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Breakfast Topic > WoWOct 8, 2018 8:00 am CT

How do you define something as your main character rather than your alt?

World of Warcraft has come a long way in its nearly 14-year lifespan. Back in Vanilla, it felt like the large majority of players had one character at max level. Alts were limited to bank toons or twinks or characters you’d start to see what the first few levels were like before going back to your main. And even for those (almost unbelievable) souls who managed to level more than one class to level 60, there was still a very clear differentiation between your main and your alt. One would absolutely receive the lion’s share of your time, and the other would only ever dream of seeing the endgame content and gear your main saw.

Fast forward to now, where — even without using an instant level-boost — leveling several alts to max level is more or less the norm. Meanwhile, the gear gap between your main and your alts is much smaller than it ever used to be, thanks to all the game’s catch-up mechanics. As a result, the obvious lines that used to exist between mains and alts are much blurrier now.

This is a line of thinking I keep coming back to lately, because it feels like I’m playing my Rogue alt more than my Shadow Priest main. If I do World Quests, it’s on my Rogue. If I try to PUG Mythic+ dungeons, it’s on my Rogue. Heck, I even joined an old raid team last night through normal Uldir and pushed my Rogue’s item level only 3 points below my Priest’s. When I think about it, it seems like my Rogue gets that lion’s share of playtime I was talking about earlier.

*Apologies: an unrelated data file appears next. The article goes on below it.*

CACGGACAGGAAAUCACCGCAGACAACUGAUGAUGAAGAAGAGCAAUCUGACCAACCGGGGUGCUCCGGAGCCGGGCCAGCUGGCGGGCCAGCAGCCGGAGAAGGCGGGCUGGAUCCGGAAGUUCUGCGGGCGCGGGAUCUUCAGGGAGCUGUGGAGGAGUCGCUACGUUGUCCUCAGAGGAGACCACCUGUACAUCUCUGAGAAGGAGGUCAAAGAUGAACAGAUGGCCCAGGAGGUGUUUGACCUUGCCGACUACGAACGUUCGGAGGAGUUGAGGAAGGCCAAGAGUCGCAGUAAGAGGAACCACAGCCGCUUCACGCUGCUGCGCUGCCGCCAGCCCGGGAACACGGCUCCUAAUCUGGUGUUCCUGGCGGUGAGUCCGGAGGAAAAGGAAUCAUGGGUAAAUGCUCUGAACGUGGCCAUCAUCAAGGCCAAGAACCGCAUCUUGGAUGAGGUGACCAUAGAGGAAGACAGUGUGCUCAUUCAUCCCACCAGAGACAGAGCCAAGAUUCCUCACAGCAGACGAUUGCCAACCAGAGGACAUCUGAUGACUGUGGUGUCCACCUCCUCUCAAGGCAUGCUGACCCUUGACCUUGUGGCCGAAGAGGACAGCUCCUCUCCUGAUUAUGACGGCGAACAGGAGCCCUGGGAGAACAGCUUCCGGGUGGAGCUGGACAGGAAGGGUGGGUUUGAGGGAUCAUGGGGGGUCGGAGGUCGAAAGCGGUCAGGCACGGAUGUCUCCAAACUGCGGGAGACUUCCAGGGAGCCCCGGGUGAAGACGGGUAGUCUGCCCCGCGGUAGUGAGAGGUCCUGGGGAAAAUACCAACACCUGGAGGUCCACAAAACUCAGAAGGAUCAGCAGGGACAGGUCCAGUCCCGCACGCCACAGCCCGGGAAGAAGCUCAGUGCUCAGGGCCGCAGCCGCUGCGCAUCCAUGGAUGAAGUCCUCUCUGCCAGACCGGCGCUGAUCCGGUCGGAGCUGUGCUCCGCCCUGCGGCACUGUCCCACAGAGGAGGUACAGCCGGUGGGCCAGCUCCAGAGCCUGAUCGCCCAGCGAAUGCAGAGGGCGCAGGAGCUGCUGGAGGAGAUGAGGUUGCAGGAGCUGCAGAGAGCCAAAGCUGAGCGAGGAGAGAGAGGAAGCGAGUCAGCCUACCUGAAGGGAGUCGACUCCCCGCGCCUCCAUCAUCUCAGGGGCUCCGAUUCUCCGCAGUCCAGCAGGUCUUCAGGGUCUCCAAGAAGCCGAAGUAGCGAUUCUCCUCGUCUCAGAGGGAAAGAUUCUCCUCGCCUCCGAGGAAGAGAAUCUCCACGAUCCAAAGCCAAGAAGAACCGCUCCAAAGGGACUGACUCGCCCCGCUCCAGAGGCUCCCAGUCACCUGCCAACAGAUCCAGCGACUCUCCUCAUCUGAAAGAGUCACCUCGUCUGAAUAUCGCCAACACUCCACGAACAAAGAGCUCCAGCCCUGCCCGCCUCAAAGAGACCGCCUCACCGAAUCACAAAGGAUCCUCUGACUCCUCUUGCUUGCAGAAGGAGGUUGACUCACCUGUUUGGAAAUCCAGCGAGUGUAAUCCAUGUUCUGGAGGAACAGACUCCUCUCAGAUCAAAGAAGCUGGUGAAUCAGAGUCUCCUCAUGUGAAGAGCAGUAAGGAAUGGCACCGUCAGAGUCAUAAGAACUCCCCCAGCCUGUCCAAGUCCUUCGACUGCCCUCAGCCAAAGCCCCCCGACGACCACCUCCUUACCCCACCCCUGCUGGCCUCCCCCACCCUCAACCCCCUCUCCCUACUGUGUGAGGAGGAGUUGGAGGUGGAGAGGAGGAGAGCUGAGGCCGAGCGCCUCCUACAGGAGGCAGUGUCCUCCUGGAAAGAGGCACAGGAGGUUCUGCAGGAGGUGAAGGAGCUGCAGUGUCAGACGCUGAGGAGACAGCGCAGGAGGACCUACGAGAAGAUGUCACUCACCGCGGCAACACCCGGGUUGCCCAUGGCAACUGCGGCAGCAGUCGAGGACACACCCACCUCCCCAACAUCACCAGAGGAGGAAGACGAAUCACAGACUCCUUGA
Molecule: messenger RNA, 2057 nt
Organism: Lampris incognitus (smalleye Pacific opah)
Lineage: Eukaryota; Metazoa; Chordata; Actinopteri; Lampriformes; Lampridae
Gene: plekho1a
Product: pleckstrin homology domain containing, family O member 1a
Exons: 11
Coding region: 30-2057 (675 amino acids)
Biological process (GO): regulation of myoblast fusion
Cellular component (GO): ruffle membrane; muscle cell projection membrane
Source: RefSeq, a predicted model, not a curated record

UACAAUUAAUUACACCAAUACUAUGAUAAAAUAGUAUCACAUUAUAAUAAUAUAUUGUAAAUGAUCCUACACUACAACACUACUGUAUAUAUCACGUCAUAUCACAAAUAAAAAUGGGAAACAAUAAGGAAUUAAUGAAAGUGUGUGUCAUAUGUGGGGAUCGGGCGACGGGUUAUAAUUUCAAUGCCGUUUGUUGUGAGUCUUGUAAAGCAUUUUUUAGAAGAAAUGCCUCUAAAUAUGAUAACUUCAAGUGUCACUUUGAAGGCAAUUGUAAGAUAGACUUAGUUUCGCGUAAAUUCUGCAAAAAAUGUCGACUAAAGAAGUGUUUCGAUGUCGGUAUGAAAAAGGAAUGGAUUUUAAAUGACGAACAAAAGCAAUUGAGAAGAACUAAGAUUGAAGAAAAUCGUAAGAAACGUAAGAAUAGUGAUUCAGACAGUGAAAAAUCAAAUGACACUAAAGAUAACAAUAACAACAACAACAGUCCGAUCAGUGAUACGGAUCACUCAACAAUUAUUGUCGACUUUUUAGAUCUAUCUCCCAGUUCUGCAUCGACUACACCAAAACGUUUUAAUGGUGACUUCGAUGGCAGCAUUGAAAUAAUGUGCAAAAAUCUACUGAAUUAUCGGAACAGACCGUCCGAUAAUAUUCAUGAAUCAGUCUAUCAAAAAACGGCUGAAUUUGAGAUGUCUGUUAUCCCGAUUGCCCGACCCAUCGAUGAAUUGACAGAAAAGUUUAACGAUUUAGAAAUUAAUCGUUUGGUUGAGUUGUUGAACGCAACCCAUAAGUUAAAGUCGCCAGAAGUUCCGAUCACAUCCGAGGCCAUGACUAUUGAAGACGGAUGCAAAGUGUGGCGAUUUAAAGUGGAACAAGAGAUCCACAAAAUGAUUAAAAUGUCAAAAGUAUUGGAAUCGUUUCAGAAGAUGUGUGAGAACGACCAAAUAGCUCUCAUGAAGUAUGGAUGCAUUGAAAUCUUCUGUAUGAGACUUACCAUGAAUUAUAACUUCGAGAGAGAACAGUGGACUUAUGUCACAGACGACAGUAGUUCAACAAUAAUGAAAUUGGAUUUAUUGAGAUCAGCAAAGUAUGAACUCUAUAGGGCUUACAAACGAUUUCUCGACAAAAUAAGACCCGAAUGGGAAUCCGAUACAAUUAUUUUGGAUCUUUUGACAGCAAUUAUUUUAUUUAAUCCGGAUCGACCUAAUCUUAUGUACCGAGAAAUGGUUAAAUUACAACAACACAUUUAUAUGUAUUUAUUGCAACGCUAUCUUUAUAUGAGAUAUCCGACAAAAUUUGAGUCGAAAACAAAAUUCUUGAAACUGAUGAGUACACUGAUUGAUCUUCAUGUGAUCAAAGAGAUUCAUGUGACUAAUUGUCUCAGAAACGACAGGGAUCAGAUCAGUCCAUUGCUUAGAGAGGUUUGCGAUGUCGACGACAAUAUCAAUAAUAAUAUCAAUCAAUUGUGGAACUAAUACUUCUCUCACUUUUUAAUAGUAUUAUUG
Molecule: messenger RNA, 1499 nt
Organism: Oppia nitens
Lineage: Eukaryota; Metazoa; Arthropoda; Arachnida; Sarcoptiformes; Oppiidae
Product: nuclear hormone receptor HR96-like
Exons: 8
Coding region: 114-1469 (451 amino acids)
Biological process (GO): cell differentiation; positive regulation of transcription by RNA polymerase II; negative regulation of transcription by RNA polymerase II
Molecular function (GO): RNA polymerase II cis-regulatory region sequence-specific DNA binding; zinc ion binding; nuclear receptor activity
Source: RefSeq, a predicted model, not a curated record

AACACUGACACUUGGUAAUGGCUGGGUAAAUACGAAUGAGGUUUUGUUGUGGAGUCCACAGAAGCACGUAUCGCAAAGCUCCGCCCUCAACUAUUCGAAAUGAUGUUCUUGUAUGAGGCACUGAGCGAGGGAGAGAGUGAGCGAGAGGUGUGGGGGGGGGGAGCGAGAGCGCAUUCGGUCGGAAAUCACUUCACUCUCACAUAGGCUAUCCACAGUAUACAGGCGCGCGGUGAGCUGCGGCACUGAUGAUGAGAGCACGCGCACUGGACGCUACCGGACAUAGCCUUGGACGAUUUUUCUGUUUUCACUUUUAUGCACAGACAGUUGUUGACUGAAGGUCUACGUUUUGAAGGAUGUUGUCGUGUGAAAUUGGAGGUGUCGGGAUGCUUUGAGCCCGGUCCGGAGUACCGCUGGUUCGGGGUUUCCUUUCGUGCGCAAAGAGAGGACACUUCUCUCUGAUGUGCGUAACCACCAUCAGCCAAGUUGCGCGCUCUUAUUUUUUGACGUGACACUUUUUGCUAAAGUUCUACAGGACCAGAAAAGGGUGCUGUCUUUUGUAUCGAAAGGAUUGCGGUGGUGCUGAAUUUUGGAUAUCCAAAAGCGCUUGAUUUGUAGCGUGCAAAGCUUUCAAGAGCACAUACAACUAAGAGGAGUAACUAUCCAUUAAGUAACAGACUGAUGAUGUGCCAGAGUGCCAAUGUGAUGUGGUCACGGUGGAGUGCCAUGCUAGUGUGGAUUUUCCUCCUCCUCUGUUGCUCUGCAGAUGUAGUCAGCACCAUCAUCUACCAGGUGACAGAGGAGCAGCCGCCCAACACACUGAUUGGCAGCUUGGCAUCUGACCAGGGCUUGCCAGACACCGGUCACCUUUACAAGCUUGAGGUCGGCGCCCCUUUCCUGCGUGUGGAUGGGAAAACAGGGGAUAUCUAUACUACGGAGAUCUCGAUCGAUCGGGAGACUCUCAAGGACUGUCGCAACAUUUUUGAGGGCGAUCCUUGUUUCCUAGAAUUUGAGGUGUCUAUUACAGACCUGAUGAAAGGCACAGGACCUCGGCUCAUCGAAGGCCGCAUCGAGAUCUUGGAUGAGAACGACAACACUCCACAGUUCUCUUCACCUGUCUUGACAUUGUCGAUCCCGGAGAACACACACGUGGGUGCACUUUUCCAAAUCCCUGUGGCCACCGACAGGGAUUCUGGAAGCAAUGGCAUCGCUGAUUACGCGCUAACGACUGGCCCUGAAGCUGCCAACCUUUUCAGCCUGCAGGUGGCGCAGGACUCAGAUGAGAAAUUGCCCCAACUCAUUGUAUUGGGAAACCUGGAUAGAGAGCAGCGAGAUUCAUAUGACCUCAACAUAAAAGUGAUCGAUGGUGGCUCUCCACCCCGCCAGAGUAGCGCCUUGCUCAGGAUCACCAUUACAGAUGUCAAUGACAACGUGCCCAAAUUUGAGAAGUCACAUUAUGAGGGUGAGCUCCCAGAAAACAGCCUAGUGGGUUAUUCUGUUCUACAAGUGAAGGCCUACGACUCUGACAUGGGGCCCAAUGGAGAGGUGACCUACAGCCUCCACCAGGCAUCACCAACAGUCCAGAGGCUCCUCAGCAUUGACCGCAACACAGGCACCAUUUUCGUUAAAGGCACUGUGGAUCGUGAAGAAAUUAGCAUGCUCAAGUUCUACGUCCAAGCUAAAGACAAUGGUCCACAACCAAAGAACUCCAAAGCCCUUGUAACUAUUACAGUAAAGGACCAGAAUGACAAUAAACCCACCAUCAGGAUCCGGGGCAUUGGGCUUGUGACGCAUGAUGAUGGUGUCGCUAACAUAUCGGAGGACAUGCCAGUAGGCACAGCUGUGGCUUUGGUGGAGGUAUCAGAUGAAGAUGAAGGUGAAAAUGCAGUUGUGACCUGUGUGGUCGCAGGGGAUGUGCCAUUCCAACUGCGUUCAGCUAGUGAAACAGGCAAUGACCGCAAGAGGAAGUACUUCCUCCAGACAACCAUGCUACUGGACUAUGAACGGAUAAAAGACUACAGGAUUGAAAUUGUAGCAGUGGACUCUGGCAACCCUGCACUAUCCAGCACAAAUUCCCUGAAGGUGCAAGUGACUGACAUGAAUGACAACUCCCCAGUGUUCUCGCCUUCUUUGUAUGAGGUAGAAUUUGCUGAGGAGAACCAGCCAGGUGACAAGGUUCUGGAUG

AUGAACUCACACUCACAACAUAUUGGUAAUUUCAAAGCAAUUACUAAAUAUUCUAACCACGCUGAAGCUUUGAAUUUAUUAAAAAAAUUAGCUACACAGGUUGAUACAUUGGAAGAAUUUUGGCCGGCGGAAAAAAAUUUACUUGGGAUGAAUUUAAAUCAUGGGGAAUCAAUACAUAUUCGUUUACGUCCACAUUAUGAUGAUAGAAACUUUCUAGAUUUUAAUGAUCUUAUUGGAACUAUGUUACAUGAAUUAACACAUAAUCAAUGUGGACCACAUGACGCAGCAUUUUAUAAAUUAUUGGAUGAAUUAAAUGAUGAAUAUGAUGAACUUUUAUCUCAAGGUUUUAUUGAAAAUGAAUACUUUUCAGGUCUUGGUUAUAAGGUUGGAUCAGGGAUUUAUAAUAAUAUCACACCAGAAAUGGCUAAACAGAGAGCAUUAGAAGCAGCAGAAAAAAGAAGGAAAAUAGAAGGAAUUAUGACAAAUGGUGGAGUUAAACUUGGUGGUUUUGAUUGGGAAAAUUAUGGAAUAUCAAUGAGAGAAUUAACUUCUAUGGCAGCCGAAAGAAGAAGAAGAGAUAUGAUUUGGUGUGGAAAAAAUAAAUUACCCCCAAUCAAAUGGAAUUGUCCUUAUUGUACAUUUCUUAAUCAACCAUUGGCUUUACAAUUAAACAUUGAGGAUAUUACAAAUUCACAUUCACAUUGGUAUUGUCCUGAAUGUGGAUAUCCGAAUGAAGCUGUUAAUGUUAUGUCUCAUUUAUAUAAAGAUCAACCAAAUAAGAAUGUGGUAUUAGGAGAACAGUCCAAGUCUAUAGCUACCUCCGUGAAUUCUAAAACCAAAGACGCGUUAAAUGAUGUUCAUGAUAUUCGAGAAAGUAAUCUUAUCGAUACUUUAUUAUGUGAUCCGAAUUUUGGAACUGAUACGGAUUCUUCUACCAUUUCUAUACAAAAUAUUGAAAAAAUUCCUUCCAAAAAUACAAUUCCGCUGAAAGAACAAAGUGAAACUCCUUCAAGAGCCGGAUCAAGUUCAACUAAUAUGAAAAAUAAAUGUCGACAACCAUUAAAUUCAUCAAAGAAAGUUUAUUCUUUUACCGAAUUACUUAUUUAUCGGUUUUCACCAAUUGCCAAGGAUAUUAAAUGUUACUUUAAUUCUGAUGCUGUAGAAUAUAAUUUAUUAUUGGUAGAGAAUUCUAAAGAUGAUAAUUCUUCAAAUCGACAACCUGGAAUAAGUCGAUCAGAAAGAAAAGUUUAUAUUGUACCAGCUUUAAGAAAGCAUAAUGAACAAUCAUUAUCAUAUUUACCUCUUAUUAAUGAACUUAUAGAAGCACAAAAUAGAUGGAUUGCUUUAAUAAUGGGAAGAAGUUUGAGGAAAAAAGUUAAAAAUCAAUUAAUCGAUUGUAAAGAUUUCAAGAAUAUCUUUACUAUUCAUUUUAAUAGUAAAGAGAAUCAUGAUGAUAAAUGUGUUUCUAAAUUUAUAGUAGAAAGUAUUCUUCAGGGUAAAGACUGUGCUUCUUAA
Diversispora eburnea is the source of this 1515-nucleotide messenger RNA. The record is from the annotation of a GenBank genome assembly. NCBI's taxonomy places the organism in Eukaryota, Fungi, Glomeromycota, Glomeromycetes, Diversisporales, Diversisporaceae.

And yet… I would never consider my Rogue my main. It has nothing to do with how long I’ve had either toon — both are from Vanilla, with the Rogue possibly predating my Priest — but more with a mentality. “I am a Shadow Priest. My Shadow Priest is my main.” It’s what I know to be true just because it is. But it still has gotten me wondering about how we define our characters — what make something a main? What makes it an alt?

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I don’t have great answers beyond, “I just kind of feel this way.” That’s not very satisfying, though. So I want to hear from all of you — how do you define a character as your “main” versus a character as your “alt”?

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